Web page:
There’s Life Anew in [the] Gowanus

Gowanus. For many old-time South Brooklyn natives, the very name draws a chuckle and a shake of the head. For them, Gowanus isn’t a neighborhood, it’s a canal, and a foul-smelling, gag-inducing one. But that was the old days.  Today, it’s the canal, still dirty but no longer the fetid deadwater it was fifty years ago, and the neighborhood covering two blocks on either side of it on the north end and two blocks on the east side further south. And like many other once-written-off areas of Brooklyn, it is fast on the rise, with new businesses, increased residential development (and corresponding rising housing prices), and lots of places to go and things to do.

The Gowanus area in colonial times was a wide saltwater tidal marsh. The Native Americans living there when the Europeans first arrived, the Lenape, sold the area surrounding Gowanus Bay to the Dutch in 1636, and the new owners immediately built several thriving industries in the area, the largest being oyster growing, milling, and farming. The names of the early settlers now grace numerous streets in the area, including Luquer, Denton, Cole, Boerum, and Bergen. The earlier settlers, the Lenape, had a leader named Gouwane, and the Dutch perhaps named the area for him. In any case, the name Gowanus dates from the earliest European settlement of the region.

The area played an important part in the Revolutionary War. During the Battle of Brooklyn, near the Old Stone House a regiment of Maryland troops fended off the British army long enough for the Continental Army to retreat to Manhattan and avoid being destroyed. Many of those Maryland troops are buried in a mass grave next to the FVW post on Ninth Street near Third Avenue, where a wall plaque marks the site. The Old Stone House behind the playground at Fifth Avenue between Third and Fourth Streets is a reconstruction of the original. The commander of those brave Maryland men was William Alexander, whose name is the official moniker of M.S. 51 in the next block across Fourth Street.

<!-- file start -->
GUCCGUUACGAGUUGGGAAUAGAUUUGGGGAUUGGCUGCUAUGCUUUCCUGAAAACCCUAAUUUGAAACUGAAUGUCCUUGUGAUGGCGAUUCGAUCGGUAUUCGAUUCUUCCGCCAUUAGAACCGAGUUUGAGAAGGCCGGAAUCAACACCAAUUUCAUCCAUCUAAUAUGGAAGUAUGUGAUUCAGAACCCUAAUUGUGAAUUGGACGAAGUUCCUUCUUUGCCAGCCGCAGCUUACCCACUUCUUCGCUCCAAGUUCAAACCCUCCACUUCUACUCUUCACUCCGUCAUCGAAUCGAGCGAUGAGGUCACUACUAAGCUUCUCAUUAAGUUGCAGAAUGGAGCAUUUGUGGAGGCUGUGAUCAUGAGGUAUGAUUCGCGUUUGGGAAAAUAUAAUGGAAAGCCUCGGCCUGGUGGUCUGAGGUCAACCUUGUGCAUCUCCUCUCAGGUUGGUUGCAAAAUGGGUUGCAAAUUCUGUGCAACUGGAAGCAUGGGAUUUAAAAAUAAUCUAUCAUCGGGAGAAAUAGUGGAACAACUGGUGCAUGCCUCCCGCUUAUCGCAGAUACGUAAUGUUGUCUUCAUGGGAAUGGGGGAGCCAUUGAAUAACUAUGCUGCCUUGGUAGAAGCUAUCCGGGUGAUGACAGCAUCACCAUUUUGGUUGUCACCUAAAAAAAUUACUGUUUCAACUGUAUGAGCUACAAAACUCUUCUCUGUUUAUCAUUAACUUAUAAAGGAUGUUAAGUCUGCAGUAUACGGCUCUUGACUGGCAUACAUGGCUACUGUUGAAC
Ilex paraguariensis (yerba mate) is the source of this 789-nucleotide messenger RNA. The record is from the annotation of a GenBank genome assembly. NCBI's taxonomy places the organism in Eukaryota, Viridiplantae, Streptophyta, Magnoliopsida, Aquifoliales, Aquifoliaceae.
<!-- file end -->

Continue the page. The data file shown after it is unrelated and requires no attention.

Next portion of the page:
In the early 1800s, as Brooklyn grew and industry increased on the Gowanus creek, the need to accommodate large vessels and people to work the docks resulted in the building of the canal and the filling in of the marshland for urbanization of the area. The chosen design for the canal was the cheapest of all those proposed, and the finished waterway was open only at the harbor end, and there was no way to flush the water and keep it clean. Built for its times, the canal soon attracted more industry, and the surrounding new neighborhoods quickly filled with workers and stores. Those neighborhoods were constructed in a way that the sewage from those areas flushed into the canal. That combined with the waste dumpings from the oil refineries, mills, cement factories, and other toxin-producing industries lining the canal quickly fouled the waterway.

By the 1950s and ‘60s, the construction of the BQE/Gowanus Expressway and then the Verrazano-Narrows Bridge obviated the need for water shipping for many of the companies along the canal, and the economic decline in the city during the ‘60s and ‘70s drove many companies away or out of business, and many of the empty spaces were claimed by small-scale artisans and artists for use as studios and small manufacturing. There is a large number of these types of tenancies remaining in the area, and they attract a large contingent of visitors during periodic Open Studio events.

Today, Massive cleanup efforts for the canal are well underway, a flushing tunnel that was first built in the early 1900s has been refurbished and now pumps water from Buttermilk Channel in the harbor into the canal to move the water downstream,  on-and-off dredging operations take place, and rezoning has led to residential building once again, this time large apartment complexes like 365 Bond Street, which sits directly on the canal at Second Street, and others along Bond Street and Fourth Avenue. It’s even possible now to go canoeing on the canal, with the reopening of the Gowanus Dredger’s Club launch site at the foot of Second Street on the East side of the canal.

The neighborhood today is garnering attention for its relative low rents in the older buildings, and its growing hip (not hipster) vibe. With the general influx of younger, more affluent residents, support businesses have sprung up faster than one can keep track of. Newcomers such as Taheni, Dinosaur BBQ, Pig Beach, and Ample Hills Ice Cream are all along Union Street, and microbreweries with attached beer gardens flourish on President and Douglass Streets between Third and Fourth Avenues. There’s also Whole Foods at Third Avenue and Third Street. These and many others complement less recent and older, established places such as 2 Toms, Monte’s, Runner and Stone, Little Neck, and the Bell House. There’s plenty to do and plenty to eat and drink. That’s a neighborhood worth living in!

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